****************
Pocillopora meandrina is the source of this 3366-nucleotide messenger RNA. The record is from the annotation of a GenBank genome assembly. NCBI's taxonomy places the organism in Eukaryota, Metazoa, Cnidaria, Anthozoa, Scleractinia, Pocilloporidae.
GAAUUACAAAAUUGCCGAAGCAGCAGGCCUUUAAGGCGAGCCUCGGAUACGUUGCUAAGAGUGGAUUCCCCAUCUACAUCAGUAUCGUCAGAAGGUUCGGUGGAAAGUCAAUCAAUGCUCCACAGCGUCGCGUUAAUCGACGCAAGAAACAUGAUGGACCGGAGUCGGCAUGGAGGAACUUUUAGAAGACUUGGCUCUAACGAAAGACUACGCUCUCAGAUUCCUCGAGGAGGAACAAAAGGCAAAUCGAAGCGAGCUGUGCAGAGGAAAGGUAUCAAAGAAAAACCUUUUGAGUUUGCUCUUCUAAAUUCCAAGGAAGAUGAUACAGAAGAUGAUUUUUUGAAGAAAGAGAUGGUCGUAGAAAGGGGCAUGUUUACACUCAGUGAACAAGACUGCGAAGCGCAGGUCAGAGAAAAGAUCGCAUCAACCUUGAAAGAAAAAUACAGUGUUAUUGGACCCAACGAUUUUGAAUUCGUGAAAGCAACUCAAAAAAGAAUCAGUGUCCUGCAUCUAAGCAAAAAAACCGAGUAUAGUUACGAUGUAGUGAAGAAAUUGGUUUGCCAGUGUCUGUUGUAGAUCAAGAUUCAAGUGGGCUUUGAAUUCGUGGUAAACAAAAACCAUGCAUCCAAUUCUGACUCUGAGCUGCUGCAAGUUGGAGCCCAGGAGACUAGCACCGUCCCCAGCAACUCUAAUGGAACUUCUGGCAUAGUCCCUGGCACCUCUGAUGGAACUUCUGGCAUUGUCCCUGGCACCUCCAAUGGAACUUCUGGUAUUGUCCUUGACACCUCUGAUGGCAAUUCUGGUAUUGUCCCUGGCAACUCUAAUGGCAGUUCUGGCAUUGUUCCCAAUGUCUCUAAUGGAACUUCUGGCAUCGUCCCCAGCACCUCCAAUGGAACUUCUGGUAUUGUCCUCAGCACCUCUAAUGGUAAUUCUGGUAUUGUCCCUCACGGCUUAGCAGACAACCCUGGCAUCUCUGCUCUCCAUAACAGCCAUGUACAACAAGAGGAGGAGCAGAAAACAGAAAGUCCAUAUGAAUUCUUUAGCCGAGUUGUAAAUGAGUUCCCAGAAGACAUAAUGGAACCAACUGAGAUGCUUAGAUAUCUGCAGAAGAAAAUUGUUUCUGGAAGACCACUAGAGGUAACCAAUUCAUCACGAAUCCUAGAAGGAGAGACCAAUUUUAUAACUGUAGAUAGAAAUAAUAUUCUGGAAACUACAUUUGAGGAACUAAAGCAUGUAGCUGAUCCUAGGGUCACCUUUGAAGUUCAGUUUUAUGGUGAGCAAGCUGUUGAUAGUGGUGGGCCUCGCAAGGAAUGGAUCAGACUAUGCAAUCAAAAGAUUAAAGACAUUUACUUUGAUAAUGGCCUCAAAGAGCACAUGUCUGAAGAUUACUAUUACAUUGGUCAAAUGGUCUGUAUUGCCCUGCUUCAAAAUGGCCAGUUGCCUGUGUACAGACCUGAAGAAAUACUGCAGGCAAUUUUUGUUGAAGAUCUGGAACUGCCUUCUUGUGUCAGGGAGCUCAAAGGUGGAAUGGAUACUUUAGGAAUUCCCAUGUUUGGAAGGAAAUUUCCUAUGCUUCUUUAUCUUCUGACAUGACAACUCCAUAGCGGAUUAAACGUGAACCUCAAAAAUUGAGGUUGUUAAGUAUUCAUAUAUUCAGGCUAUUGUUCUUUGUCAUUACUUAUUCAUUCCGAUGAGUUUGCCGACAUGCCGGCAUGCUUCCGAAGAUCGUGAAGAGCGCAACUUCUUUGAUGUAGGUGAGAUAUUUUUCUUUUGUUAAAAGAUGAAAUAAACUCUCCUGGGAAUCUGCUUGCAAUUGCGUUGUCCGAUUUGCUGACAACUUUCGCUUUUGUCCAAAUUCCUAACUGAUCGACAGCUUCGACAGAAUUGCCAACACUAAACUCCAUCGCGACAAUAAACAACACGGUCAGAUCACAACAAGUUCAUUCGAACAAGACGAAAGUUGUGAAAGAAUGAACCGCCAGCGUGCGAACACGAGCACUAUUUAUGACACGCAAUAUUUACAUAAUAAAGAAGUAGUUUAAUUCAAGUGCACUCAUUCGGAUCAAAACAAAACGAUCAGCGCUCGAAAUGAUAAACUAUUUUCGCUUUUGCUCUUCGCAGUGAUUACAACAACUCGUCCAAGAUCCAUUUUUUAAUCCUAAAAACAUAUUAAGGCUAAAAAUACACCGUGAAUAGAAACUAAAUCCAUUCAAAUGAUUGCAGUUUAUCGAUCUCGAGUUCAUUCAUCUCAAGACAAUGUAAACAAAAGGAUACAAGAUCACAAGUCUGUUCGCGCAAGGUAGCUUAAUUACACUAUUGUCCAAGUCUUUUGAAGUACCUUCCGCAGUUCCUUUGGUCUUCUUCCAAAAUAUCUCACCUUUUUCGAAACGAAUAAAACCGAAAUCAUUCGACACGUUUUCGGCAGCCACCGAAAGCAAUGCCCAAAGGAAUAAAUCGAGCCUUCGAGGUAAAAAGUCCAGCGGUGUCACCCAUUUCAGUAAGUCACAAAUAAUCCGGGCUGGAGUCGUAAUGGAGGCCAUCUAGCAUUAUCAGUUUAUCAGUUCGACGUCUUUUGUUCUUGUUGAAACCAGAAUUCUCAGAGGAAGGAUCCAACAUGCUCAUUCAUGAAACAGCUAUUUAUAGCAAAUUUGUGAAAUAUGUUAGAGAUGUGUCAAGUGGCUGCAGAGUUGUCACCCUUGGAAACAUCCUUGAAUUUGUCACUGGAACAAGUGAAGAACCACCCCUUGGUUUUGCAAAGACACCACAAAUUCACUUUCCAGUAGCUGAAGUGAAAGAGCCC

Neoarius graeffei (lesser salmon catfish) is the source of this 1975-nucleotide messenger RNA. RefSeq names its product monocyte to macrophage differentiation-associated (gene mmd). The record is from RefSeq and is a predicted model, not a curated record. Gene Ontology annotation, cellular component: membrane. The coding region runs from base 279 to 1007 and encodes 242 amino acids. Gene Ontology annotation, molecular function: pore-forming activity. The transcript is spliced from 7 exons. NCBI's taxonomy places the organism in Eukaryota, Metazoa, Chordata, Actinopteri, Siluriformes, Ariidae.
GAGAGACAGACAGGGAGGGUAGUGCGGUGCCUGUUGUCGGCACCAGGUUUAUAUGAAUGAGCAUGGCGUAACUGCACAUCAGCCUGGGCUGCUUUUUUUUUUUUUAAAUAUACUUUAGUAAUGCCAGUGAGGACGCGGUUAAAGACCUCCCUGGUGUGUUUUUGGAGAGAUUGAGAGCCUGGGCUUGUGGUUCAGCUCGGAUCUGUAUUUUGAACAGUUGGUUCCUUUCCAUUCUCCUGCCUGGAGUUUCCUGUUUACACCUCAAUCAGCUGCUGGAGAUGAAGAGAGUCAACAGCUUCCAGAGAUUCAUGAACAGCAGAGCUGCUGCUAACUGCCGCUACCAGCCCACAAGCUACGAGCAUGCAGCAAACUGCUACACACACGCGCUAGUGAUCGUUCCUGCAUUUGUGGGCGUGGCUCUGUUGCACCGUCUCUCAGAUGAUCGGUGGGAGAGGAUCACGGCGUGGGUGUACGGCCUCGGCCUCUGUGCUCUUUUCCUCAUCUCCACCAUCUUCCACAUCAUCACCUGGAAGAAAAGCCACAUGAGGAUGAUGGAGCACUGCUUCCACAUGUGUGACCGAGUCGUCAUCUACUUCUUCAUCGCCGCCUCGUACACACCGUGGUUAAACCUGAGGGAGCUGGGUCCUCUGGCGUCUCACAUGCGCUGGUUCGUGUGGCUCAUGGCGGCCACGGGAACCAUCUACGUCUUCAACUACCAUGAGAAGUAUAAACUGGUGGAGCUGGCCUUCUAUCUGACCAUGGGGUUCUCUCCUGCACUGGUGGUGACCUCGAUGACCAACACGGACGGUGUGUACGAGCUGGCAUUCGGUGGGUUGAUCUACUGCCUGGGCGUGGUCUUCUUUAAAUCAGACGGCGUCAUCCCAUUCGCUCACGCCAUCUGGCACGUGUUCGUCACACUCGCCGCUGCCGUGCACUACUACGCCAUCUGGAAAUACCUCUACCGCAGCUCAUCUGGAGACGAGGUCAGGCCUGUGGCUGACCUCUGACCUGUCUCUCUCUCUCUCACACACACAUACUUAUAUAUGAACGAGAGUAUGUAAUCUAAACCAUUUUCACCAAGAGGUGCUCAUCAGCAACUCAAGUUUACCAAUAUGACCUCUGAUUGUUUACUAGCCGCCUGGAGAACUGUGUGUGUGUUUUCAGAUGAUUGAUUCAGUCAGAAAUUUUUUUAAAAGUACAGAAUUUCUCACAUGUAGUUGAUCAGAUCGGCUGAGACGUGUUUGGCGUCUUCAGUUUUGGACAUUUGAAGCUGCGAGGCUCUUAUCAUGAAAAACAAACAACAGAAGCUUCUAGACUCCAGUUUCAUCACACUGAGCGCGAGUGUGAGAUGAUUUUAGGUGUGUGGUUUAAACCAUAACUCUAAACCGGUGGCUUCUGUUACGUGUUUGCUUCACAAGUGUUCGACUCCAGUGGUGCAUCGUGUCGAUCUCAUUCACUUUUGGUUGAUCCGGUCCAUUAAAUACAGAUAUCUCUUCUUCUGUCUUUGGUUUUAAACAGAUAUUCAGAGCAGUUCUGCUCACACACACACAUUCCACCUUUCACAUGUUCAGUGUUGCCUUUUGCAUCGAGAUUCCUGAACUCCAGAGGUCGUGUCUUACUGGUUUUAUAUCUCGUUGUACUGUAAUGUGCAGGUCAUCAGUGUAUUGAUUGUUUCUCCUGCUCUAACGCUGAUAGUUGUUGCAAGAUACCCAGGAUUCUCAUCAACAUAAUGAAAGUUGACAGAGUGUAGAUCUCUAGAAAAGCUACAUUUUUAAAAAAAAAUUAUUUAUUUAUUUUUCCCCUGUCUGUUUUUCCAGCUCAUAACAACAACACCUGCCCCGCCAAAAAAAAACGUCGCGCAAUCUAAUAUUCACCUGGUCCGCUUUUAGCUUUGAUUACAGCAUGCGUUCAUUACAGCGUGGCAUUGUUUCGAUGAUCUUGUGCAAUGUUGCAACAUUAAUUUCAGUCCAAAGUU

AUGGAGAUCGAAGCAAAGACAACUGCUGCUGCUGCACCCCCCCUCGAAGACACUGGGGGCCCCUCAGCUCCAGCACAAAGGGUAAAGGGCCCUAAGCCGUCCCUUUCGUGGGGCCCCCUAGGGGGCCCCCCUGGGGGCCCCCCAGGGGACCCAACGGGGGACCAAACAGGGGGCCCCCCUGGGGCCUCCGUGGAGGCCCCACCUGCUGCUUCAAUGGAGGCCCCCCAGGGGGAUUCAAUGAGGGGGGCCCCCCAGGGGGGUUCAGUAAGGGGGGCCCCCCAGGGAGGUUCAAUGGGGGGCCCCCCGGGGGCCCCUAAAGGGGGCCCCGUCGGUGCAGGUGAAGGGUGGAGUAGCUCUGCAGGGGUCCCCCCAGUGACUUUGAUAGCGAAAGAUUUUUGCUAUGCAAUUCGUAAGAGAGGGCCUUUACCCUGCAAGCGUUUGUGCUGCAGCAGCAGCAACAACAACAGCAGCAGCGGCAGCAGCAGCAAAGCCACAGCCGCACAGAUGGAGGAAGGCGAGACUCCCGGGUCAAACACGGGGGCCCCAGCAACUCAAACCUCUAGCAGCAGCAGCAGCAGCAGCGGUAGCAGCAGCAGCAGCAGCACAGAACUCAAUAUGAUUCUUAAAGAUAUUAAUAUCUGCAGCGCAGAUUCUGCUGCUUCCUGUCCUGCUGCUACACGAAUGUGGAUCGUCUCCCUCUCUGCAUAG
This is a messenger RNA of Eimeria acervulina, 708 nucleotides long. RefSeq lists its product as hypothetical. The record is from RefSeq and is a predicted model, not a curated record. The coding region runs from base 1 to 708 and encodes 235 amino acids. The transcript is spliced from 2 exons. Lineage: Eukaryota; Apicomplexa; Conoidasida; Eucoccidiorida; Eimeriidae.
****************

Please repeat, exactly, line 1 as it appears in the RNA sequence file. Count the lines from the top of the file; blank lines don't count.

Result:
Pocillopora meandrina is the source of this 3366-nucleotide messenger RNA. The record is from the annotation of a GenBank genome assembly. NCBI's taxonomy places the organism in Eukaryota, Metazoa, Cnidaria, Anthozoa, Scleractinia, Pocilloporidae.